Written by: Larry “The Nucks IceMan” Johnson
With 18 games left in the season and a 14 point gap between the Cabucks and the next nearest team in the NW Division, have the Vancouver Canucks become complacent? In their last ten games they are 5W, 5L, have scored 2.2 goals for and allowed 2.4 against.
Prior to that, the Canucks were scoring 3.23 goals a game and were ranked third in the NHL. Their goals-per-game has actually gotten better than their 2.28 current ranking of second, only .01 behind Boston’s 2.27. So the goal-tending has kept up its consistency but the goals for are down by one. In the NHL, that one goal is the difference between winning and losing.
Think about it, if not for Roberto Luongo and Cory Schneider’s solid play, this team could easily be 2W, 8L or 3W, 7L.
The urgency and effort against their opponents is just not there! Remember that most of the teams the Canucks are playing down the stretch are fighting for a playoff spot. This is not the way to prepare for the playoffs because bad habits set in very quickly on a team.
I have read and heard about the Canuck leadership throughout the team, that they hold each other accountable. So where is it? Do they really think that they can coast into the playoffs and then magically, step on the gas and the jets kick in? There’s plenty of previous historical documentation that suggests to the contrary.
Some of the teams that have gone on these long runs in the playoffs, are teams that were in a consistent winning mode entering them. Coaches and management need to nip this in the bud - like yesterday.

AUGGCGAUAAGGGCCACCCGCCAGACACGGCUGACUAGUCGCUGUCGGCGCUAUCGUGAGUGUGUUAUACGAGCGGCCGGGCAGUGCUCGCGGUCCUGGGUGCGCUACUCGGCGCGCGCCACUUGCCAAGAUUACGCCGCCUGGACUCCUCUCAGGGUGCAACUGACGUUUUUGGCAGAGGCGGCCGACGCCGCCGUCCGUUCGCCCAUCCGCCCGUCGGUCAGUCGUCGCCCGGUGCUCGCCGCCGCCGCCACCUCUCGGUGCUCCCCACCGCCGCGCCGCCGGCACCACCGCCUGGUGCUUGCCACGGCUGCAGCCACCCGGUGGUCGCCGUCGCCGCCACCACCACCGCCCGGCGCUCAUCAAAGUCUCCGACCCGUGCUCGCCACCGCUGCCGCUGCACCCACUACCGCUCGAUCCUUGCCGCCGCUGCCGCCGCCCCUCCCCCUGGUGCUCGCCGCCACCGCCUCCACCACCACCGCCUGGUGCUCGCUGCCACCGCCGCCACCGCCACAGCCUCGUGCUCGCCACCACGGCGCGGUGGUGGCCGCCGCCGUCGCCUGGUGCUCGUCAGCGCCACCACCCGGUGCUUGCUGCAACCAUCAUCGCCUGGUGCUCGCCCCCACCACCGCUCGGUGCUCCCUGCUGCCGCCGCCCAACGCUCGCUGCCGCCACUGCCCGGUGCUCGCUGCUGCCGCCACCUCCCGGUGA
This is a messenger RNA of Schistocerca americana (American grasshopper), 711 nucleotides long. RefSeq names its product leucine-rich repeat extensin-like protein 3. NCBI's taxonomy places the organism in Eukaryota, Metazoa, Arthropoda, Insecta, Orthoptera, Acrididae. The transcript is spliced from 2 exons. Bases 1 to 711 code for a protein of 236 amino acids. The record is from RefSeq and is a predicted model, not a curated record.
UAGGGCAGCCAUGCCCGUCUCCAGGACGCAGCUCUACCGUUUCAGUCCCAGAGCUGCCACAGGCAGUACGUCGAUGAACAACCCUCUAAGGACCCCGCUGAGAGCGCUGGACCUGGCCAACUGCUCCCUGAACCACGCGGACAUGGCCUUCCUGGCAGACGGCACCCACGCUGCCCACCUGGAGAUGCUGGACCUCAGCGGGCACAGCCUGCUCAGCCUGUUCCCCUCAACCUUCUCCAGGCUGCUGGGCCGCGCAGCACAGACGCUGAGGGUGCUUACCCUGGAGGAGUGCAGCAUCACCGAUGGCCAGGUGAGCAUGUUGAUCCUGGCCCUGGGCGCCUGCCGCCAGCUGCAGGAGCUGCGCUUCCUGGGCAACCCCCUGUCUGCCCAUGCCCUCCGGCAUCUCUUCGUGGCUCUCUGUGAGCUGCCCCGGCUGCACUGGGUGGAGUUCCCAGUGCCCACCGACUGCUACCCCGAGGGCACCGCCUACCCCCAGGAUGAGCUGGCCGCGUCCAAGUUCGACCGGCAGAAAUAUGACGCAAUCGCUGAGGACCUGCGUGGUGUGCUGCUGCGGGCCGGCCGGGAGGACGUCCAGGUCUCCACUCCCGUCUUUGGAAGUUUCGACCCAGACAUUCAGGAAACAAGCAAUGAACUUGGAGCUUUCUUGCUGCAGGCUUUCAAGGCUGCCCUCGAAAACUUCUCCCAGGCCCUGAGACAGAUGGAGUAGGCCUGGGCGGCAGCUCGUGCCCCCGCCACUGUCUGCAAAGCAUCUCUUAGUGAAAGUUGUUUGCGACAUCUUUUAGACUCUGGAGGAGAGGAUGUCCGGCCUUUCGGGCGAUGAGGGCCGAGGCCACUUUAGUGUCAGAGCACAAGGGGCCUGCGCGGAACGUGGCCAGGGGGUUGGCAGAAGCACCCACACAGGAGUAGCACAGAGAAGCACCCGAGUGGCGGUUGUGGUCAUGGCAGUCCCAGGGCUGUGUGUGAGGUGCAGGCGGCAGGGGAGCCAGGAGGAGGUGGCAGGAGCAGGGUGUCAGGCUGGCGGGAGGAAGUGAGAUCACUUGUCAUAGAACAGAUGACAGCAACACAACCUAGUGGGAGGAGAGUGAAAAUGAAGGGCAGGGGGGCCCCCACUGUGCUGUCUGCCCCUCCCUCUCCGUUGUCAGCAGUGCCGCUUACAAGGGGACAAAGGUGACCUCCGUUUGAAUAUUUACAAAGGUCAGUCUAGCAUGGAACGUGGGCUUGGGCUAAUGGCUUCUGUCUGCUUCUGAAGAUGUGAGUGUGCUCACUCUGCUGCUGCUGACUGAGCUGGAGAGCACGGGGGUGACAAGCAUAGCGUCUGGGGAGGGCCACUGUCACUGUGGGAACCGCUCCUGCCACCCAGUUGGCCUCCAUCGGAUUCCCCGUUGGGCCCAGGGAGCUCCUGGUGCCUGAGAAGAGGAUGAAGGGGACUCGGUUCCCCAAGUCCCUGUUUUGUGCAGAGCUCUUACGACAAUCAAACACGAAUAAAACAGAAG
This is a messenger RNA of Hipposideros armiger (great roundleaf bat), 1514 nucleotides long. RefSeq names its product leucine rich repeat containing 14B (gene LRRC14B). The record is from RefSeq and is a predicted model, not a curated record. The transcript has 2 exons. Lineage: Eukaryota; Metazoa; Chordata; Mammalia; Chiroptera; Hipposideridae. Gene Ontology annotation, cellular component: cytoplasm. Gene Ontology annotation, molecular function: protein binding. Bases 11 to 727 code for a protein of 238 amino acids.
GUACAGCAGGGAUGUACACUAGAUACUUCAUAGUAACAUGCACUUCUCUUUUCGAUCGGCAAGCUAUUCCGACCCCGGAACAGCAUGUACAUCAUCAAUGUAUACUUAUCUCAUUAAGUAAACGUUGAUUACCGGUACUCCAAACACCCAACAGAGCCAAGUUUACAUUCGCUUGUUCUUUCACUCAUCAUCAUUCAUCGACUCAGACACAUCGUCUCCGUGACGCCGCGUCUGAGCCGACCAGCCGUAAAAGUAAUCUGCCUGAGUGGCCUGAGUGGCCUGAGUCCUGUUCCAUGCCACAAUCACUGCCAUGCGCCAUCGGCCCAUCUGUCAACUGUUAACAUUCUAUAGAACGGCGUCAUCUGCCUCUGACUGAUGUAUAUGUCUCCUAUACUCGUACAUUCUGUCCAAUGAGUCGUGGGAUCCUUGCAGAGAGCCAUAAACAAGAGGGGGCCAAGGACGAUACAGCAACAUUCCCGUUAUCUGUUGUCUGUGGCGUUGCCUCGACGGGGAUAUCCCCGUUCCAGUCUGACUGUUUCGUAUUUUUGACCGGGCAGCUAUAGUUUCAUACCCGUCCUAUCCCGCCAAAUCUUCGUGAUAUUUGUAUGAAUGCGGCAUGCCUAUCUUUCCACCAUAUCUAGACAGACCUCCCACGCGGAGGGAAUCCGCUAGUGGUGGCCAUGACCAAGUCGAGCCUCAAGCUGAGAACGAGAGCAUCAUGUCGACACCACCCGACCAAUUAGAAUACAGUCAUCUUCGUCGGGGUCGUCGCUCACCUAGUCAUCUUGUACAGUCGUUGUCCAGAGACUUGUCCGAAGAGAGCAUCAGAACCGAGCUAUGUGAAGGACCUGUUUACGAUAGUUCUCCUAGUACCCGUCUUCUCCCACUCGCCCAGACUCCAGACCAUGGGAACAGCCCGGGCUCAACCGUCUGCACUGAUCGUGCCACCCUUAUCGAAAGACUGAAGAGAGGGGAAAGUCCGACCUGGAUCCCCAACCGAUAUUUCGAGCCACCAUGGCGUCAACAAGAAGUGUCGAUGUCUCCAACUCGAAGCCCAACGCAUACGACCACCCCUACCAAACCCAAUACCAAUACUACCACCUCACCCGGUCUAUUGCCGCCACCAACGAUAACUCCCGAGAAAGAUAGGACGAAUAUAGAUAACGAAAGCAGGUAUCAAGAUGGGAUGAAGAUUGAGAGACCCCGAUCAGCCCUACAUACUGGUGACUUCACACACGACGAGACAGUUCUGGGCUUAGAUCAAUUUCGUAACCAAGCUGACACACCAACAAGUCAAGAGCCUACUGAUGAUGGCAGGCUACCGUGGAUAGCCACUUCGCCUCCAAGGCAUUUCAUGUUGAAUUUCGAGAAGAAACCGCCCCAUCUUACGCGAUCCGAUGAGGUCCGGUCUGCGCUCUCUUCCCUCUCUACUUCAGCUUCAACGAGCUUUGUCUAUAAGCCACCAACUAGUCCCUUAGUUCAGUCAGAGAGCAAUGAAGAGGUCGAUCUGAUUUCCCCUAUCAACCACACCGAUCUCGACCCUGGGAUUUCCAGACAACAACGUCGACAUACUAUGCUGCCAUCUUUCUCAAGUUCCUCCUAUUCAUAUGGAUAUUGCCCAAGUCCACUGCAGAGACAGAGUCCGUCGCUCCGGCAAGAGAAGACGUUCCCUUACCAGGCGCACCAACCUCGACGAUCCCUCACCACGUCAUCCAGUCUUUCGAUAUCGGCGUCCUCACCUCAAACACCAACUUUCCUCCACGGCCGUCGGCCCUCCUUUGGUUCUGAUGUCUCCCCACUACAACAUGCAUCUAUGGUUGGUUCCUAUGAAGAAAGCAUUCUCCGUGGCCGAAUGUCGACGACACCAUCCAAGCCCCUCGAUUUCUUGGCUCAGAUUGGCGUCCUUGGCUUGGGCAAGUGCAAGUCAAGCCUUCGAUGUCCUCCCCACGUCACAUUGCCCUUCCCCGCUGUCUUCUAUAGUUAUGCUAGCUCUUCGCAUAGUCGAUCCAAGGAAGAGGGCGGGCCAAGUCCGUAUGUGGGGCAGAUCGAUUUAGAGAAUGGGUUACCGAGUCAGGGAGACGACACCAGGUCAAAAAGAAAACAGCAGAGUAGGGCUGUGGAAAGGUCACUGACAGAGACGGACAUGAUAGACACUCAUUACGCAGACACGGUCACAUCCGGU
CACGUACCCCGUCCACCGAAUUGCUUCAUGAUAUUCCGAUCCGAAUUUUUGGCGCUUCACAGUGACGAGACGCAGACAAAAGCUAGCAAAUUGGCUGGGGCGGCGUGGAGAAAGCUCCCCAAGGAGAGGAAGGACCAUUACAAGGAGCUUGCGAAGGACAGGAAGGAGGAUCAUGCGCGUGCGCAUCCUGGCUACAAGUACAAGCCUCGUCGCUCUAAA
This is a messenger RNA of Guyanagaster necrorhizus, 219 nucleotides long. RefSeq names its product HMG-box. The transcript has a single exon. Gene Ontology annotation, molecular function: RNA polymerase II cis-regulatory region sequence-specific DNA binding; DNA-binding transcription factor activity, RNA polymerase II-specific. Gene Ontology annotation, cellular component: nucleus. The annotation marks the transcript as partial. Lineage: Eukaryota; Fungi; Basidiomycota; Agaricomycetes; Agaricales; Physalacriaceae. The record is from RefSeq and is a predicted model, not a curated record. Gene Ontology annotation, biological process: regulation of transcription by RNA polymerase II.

Last night’s game against Columbus was a good example. The Canucks came out flat and were up 1-0 after the first period, due to Luongo’s fine play. Let’s not kid ourselves, the Canucks were outplayed. In the third period the Canucks did not register a shot on goal until close to the midway point of the period.
The other point I would like to throw out there, is that with this complacency the Canucks run the risk of injuries. Why? Because they are on the receiving end of the physical play that is being dished out. Columbus made sure of that last night as they were hitting everything in sight, and finished on top with a count of 31 to 22.
Except for the Boston game, this has been a consistent pattern over a number of weeks. There is not a team in the NHL that doesn’t realize that they can nullify the top two lines by laying on the body.
Even with the addition of Maxim Lapierre, you can’t expect him, Tanner Glass and a couple of D-men to carry the physical play. I still think Victor Oreskovich is a better fit on the fourth line than Jeff Tambellini.
Just what exactly has happened to the Sedins? They seem to have disappeared for long periods of time in recent games and are spending a lot of time in their own end. That’s not where they excel nor where you want them to be.
No shots on goal last night. What’s with that?
Never mind that they never throw a body check, they could at least get some shots. Henrik had one shot directed towards the goal which was blocked and Daniel had two shots on goal. Now that’s a pretty poor effort by anyone’s standards.
If that was anyone else but the Sedins, Coach Vigneault would have parked them on the bench. Just ask Mikael Samuelsson, who was replaced in the third period by Tambellini.
In conclusion, to answer the starting question, you just have to look at the recent play of the Canucks to see that they are in coast mode, and that had better change real quick.
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Filed under: Vancouver Canucks